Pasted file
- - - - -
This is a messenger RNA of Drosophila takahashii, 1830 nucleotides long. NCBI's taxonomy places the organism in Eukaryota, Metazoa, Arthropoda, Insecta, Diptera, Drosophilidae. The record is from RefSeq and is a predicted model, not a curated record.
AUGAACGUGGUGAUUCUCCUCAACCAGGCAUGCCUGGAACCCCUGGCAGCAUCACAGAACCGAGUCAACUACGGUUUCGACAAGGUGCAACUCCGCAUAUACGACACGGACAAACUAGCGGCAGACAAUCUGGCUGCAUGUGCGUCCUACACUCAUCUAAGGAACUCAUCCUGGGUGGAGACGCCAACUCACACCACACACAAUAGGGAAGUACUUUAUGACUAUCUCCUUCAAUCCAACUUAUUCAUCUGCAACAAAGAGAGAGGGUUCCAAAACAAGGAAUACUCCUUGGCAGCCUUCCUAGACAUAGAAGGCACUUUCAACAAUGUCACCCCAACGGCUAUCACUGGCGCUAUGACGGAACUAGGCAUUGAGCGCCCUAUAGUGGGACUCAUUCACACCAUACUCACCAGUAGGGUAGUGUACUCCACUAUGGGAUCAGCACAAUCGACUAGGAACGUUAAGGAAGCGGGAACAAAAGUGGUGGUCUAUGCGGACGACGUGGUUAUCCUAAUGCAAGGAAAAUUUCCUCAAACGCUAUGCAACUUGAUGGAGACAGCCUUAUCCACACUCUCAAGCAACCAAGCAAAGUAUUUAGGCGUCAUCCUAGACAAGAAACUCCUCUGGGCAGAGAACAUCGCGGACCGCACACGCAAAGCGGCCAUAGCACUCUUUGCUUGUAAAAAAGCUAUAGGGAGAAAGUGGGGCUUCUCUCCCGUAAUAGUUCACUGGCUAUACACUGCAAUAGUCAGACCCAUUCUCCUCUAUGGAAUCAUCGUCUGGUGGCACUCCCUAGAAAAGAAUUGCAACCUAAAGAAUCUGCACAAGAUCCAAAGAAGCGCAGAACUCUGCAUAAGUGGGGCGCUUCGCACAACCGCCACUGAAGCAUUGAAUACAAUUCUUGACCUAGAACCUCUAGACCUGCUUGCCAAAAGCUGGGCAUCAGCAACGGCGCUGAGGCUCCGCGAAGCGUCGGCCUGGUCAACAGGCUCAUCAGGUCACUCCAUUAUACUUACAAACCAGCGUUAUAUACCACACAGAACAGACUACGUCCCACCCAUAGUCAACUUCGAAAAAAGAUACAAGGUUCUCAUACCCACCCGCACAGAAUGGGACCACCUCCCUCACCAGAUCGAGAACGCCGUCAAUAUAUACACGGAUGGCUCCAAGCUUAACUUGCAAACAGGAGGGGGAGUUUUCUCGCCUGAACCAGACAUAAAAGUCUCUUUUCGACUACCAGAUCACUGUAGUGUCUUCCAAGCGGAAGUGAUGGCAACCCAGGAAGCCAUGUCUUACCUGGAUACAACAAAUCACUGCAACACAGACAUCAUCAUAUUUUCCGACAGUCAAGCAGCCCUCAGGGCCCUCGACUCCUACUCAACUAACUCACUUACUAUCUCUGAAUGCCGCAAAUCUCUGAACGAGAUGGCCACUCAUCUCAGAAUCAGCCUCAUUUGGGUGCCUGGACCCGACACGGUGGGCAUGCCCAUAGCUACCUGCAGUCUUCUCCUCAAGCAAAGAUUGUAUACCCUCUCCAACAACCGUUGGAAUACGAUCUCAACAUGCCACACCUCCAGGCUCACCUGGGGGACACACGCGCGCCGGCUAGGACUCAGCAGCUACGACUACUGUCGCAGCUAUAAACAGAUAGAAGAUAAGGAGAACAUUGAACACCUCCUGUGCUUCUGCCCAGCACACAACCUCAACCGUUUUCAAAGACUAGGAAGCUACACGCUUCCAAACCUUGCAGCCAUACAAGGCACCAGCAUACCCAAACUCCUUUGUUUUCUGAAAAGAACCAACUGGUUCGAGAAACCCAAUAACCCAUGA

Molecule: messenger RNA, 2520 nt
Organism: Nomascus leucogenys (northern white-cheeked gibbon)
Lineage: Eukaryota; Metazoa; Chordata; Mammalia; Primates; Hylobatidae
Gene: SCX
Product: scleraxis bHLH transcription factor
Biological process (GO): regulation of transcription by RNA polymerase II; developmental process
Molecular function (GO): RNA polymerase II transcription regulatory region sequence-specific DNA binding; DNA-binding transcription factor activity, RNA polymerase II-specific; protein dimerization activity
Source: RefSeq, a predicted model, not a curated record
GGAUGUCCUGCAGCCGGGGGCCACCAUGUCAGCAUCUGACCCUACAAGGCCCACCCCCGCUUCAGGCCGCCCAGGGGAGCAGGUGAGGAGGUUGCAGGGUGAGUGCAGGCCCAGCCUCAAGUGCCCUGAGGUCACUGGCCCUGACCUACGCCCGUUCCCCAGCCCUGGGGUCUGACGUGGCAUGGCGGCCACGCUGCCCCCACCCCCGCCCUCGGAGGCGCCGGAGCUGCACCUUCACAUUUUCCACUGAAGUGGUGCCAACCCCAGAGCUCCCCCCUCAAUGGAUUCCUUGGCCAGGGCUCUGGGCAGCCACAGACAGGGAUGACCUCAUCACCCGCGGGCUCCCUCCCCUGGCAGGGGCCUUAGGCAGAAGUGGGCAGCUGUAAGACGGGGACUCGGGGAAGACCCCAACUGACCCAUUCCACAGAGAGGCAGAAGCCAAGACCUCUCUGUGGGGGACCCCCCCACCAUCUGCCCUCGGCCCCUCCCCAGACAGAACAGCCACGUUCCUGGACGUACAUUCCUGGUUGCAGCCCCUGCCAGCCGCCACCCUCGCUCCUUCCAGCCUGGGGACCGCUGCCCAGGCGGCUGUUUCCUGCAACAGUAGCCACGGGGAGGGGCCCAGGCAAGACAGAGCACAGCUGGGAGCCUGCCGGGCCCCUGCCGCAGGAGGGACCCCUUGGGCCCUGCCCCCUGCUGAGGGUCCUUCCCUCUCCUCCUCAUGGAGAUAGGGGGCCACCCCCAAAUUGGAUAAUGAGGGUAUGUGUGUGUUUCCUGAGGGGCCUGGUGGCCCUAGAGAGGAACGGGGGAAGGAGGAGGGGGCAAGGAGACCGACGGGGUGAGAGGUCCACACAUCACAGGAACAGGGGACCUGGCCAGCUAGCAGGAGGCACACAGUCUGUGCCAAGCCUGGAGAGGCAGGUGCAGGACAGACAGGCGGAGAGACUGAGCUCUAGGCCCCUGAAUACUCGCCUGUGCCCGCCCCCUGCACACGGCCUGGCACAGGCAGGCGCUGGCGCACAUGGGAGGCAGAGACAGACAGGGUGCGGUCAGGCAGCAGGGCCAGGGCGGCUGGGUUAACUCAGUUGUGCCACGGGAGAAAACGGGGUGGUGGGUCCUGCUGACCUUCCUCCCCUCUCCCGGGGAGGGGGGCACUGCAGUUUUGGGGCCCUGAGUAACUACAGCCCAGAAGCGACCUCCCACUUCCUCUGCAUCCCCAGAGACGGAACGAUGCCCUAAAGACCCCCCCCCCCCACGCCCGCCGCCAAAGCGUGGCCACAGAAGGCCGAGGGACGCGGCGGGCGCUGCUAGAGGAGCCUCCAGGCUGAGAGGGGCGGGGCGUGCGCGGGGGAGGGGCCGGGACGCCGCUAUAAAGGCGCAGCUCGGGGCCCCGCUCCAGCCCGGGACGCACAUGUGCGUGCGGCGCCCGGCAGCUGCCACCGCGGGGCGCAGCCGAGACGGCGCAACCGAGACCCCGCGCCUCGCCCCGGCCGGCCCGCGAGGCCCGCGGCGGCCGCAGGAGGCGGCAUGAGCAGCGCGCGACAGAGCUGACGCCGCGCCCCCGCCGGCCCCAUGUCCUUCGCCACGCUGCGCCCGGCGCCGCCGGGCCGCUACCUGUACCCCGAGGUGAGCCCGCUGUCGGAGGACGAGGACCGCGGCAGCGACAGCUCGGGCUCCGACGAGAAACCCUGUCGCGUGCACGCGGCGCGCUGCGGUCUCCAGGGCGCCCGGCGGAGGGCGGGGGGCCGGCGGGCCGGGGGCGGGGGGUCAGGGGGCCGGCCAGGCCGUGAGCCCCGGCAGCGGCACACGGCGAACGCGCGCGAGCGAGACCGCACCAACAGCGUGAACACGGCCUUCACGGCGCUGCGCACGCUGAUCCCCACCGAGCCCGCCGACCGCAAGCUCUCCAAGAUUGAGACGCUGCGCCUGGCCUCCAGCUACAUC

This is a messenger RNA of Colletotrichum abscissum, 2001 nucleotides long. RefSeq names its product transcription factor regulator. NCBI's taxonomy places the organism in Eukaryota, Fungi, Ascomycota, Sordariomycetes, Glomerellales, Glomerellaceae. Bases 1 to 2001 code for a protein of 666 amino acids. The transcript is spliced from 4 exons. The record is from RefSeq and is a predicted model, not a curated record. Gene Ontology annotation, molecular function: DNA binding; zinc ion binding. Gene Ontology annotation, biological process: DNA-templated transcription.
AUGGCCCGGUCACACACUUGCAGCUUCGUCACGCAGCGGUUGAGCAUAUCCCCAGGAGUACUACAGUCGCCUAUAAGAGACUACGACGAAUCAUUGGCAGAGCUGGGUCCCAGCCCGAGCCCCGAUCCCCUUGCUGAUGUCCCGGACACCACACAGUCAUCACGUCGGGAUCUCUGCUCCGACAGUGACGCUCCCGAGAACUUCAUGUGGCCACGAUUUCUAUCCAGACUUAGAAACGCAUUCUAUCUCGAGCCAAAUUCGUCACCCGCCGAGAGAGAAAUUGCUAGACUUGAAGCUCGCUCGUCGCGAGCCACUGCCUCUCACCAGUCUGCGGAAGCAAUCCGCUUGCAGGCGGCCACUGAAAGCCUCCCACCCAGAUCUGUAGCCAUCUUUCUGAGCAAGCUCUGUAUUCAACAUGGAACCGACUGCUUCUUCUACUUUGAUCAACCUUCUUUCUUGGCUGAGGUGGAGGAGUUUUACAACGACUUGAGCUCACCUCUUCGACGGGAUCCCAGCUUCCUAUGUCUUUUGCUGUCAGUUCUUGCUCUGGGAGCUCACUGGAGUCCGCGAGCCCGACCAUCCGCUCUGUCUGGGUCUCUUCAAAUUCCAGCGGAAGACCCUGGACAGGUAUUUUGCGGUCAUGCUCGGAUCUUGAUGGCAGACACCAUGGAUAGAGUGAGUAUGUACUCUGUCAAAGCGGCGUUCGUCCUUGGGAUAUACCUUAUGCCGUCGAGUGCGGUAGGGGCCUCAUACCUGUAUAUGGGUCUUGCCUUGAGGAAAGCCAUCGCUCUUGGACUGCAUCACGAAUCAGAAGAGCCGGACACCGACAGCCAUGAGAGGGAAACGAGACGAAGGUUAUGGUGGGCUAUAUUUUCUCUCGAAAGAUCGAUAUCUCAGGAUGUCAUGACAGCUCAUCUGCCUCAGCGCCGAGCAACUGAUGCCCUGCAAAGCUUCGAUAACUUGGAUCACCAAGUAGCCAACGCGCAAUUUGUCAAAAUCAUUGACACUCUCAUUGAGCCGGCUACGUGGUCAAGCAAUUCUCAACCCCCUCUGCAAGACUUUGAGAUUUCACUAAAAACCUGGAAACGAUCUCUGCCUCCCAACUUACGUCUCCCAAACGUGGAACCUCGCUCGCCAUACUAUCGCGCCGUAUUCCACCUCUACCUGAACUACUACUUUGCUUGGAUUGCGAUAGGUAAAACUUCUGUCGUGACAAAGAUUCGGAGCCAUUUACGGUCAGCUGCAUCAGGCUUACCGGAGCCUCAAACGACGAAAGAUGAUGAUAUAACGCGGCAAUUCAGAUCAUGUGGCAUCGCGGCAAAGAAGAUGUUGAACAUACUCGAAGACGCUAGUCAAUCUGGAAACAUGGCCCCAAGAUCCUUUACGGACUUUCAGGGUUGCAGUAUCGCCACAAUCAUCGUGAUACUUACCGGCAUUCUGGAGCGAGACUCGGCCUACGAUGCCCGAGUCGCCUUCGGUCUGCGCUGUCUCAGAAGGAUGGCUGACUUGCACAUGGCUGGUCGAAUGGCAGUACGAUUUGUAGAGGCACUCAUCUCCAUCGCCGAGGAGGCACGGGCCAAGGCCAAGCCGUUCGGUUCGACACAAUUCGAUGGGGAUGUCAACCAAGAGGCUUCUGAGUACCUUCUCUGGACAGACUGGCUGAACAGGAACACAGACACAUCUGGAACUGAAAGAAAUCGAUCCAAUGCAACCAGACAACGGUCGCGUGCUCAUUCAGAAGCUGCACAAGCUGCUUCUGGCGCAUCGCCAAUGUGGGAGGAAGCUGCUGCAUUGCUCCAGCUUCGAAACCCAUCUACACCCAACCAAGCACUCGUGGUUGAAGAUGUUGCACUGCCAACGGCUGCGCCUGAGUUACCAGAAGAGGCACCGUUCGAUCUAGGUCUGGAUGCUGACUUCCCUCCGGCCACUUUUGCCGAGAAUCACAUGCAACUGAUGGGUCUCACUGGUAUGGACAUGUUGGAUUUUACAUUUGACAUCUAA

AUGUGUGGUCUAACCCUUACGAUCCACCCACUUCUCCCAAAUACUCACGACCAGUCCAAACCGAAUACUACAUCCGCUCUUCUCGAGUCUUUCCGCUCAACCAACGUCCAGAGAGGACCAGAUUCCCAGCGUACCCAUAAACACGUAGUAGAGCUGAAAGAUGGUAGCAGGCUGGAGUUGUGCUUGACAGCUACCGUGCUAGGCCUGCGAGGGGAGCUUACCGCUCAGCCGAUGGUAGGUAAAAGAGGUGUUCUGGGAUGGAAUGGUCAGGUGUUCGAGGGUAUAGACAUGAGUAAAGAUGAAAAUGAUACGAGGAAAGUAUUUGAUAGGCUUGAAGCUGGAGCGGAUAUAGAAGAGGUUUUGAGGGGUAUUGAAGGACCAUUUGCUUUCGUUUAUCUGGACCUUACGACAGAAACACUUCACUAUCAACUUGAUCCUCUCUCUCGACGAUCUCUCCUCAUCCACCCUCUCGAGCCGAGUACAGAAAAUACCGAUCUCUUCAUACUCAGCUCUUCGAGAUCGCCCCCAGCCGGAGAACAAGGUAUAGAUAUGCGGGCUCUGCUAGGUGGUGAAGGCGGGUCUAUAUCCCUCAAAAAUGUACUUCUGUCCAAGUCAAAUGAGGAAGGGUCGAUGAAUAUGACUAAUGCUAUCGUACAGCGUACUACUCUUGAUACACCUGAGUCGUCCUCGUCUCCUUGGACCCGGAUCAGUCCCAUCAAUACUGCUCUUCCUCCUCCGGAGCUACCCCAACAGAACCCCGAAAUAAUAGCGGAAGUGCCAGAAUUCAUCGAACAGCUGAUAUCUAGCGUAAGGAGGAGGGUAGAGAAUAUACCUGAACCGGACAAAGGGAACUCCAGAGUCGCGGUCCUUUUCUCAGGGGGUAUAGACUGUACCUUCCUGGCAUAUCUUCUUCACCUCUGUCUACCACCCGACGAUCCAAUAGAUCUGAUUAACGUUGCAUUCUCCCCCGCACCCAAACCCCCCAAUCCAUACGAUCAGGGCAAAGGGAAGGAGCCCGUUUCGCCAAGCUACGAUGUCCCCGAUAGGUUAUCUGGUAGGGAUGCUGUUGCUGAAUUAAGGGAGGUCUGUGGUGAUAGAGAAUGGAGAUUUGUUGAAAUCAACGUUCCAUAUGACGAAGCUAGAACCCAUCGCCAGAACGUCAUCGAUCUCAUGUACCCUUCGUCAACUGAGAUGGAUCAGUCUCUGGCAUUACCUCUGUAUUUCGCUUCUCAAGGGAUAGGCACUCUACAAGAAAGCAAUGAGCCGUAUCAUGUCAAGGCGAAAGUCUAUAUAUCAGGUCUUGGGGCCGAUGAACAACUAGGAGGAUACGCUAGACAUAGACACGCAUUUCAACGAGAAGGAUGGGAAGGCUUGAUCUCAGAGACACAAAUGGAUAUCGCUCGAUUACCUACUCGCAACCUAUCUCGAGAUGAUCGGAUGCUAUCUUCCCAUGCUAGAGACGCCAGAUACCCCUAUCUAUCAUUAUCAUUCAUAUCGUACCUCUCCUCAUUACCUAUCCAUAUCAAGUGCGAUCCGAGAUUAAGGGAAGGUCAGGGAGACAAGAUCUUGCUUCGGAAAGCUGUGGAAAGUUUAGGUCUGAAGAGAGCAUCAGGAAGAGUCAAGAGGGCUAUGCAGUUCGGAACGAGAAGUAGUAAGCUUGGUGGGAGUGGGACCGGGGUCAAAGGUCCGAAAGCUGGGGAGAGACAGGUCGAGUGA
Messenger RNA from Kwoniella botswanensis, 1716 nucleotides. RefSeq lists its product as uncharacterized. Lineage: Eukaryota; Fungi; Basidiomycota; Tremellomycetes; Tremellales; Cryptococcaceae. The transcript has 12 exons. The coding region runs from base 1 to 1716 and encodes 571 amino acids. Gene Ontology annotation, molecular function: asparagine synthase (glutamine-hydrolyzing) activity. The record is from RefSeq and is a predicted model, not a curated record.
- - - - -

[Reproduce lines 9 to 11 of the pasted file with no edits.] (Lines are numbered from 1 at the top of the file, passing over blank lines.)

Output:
Molecular function (GO): RNA polymerase II transcription regulatory region sequence-specific DNA binding; DNA-binding transcription factor activity, RNA polymerase II-specific; protein dimerization activity
Source: RefSeq, a predicted model, not a curated record
GGAUGUCCUGCAGCCGGGGGCCACCAUGUCAGCAUCUGACCCUACAAGGCCCACCCCCGCUUCAGGCCGCCCAGGGGAGCAGGUGAGGAGGUUGCAGGGUGAGUGCAGGCCCAGCCUCAAGUGCCCUGAGGUCACUGGCCCUGACCUACGCCCGUUCCCCAGCCCUGGGGUCUGACGUGGCAUGGCGGCCACGCUGCCCCCACCCCCGCCCUCGGAGGCGCCGGAGCUGCACCUUCACAUUUUCCACUGAAGUGGUGCCAACCCCAGAGCUCCCCCCUCAAUGGAUUCCUUGGCCAGGGCUCUGGGCAGCCACAGACAGGGAUGACCUCAUCACCCGCGGGCUCCCUCCCCUGGCAGGGGCCUUAGGCAGAAGUGGGCAGCUGUAAGACGGGGACUCGGGGAAGACCCCAACUGACCCAUUCCACAGAGAGGCAGAAGCCAAGACCUCUCUGUGGGGGACCCCCCCACCAUCUGCCCUCGGCCCCUCCCCAGACAGAACAGCCACGUUCCUGGACGUACAUUCCUGGUUGCAGCCCCUGCCAGCCGCCACCCUCGCUCCUUCCAGCCUGGGGACCGCUGCCCAGGCGGCUGUUUCCUGCAACAGUAGCCACGGGGAGGGGCCCAGGCAAGACAGAGCACAGCUGGGAGCCUGCCGGGCCCCUGCCGCAGGAGGGACCCCUUGGGCCCUGCCCCCUGCUGAGGGUCCUUCCCUCUCCUCCUCAUGGAGAUAGGGGGCCACCCCCAAAUUGGAUAAUGAGGGUAUGUGUGUGUUUCCUGAGGGGCCUGGUGGCCCUAGAGAGGAACGGGGGAAGGAGGAGGGGGCAAGGAGACCGACGGGGUGAGAGGUCCACACAUCACAGGAACAGGGGACCUGGCCAGCUAGCAGGAGGCACACAGUCUGUGCCAAGCCUGGAGAGGCAGGUGCAGGACAGACAGGCGGAGAGACUGAGCUCUAGGCCCCUGAAUACUCGCCUGUGCCCGCCCCCUGCACACGGCCUGGCACAGGCAGGCGCUGGCGCACAUGGGAGGCAGAGACAGACAGGGUGCGGUCAGGCAGCAGGGCCAGGGCGGCUGGGUUAACUCAGUUGUGCCACGGGAGAAAACGGGGUGGUGGGUCCUGCUGACCUUCCUCCCCUCUCCCGGGGAGGGGGGCACUGCAGUUUUGGGGCCCUGAGUAACUACAGCCCAGAAGCGACCUCCCACUUCCUCUGCAUCCCCAGAGACGGAACGAUGCCCUAAAGACCCCCCCCCCCCACGCCCGCCGCCAAAGCGUGGCCACAGAAGGCCGAGGGACGCGGCGGGCGCUGCUAGAGGAGCCUCCAGGCUGAGAGGGGCGGGGCGUGCGCGGGGGAGGGGCCGGGACGCCGCUAUAAAGGCGCAGCUCGGGGCCCCGCUCCAGCCCGGGACGCACAUGUGCGUGCGGCGCCCGGCAGCUGCCACCGCGGGGCGCAGCCGAGACGGCGCAACCGAGACCCCGCGCCUCGCCCCGGCCGGCCCGCGAGGCCCGCGGCGGCCGCAGGAGGCGGCAUGAGCAGCGCGCGACAGAGCUGACGCCGCGCCCCCGCCGGCCCCAUGUCCUUCGCCACGCUGCGCCCGGCGCCGCCGGGCCGCUACCUGUACCCCGAGGUGAGCCCGCUGUCGGAGGACGAGGACCGCGGCAGCGACAGCUCGGGCUCCGACGAGAAACCCUGUCGCGUGCACGCGGCGCGCUGCGGUCUCCAGGGCGCCCGGCGGAGGGCGGGGGGCCGGCGGGCCGGGGGCGGGGGGUCAGGGGGCCGGCCAGGCCGUGAGCCCCGGCAGCGGCACACGGCGAACGCGCGCGAGCGAGACCGCACCAACAGCGUGAACACGGCCUUCACGGCGCUGCGCACGCUGAUCCCCACCGAGCCCGCCGACCGCAAGCUCUCCAAGAUUGAGACGCUGCGCCUGGCCUCCAGCUACAUC